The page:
What is Waldorf?
Waldorf schools offer a developmentally appropriate, experiential, and academically rigorous approach to education. They integrate the arts in all academic disciplines for children from preschool through twelfth grade to enhance and enrich learning. Waldorf education aims to inspire life-long learning in all students and to enable them to fully develop their unique capacities.
Founded in the early 20th century, Waldorf education is based on the insights, teachings and principles of education outlined by the world renowned artist, and scientist, Rudolf Steiner. The principles of Waldorf education evolve from an understanding of human development that address the needs of the growing child.
Music, dance and theater, writing, literature, legends and myths are not simply subjects to be read about and tested. They are experienced. Through these experiences, Waldorf students cultivate their intellectual, emotional, physical and spiritual capacities to be individuals certain of their paths and to be of service to the world.
Professors who have taught Waldorf students across many academic disciplines and across a wide range of campuses—from State Universities to Ivy League—note that Waldorf graduates have the ability to integrate thinking; to assimilate information as opposed to memorizing isolated facts; to be flexible, creative and willing to take intellectual risks; and are leaders with high ethical and moral standards who take initiative and are passionate to reach their goals. Waldorf graduates are highly sought after in higher education.
Teachers in Waldorf schools are dedicated to generating an inner enthusiasm for learning within every child. This eliminates the need for competitive testing, academic placement, and rewards to motivate learning and allows motivation to arise from within. It helps engender the capacity for joyful life-long learning.
Waldorf education is independent and inclusive. It upholds the principles of freedom in education and engages independent administration locally, continentally and internationally. It is regionally appropriate education with hundreds of schools worldwide today. Waldorf education is truly Inspired Learning.
Preparing for Life:
Ample Time and Space:
Real Life Activities:
Relationships Based on Love:
What’s Old is New Again
Many parents these days are concerned with the high stress and pressure children are facing in mainstream American education. A study in Rhode Island showed that 29% of students in grades 3-5 felt that school was “quite” or “extremely” stressful and an alarming 41% of students “almost always” worried about their grades. 10 and 11-year-olds are needing to be reassured that their elementary SAT scores will not decide their futures. Parents are looking for an alternative. In a national conversation about how to fix the issues, people are discussing “new” solutions such as moving away from early, pressure-cooker academics, less homework and more time outside in nature, the importance of handwriting, longer-term relationships of teachers with a class of students, less emphasis on standardized testing and less screen time, just to name a few. None of these ideas are new within the Waldorf environment. Waldorf Education has 100 years of history and tradition, yet it is as fresh and relevant today as ever. It is the fastest growing independent school movement in the world with more than 250 Waldorf schools in North America and more than 1000 schools worldwide.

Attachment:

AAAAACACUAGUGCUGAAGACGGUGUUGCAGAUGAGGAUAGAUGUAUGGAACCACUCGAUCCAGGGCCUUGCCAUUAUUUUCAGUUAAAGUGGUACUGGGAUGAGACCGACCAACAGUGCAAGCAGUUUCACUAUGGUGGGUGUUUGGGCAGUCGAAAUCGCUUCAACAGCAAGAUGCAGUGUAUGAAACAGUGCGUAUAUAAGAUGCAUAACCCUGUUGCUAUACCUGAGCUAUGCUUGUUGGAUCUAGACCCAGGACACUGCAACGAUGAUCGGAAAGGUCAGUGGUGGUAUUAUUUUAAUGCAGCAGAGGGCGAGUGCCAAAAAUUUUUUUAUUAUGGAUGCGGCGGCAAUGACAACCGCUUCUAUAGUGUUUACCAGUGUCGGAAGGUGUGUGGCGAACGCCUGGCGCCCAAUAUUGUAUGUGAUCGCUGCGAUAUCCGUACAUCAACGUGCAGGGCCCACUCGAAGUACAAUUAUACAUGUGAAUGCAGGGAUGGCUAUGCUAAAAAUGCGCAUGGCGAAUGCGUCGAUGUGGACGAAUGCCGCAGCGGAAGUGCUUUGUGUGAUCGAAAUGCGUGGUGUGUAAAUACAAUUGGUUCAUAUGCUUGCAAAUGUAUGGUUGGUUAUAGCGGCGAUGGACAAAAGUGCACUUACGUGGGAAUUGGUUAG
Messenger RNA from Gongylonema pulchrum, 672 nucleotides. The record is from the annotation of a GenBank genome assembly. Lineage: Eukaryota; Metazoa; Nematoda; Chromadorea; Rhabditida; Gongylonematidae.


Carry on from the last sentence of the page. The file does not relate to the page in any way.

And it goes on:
We strive to create a safe and nurturing environment for students and their families, while preparing our students for life beyond Maple Village. Our families face the same choices and challenges as any family does. Ultimately our students will have to make their way in the larger world outside of “Waldorf”. Our goal is to help them to know who they are so that they can go forward with confidence and equipped to thrive. We help them engage the larger world in a healthy way that allows them to develop their independence and good judgment.
Education for the Journey:
A Sense of Wonder:
On September 19, 2019, Waldorf education will proudly mark its 100th anniversary. From September 2018 through June 2020, Waldorf schools and communities around the world celebrate this anniversary through social and environmental impact projects. These campaigns aim to stimulate dialogue around human values in education and support initiatives that revitalize society and our relationship with our earth.
Learn more about how Waldorf schools around the world will celebrate in the coming months.
The world gets better one person and one action at a time. “Seeding the Future” provides a glimpse into the principles of Waldorf education, an education that fosters concern for others, connection to the world, and the capacity to be in service to society. This video is a trailer to the international film, “Learn to Change the World” (part 1 and 2) film below.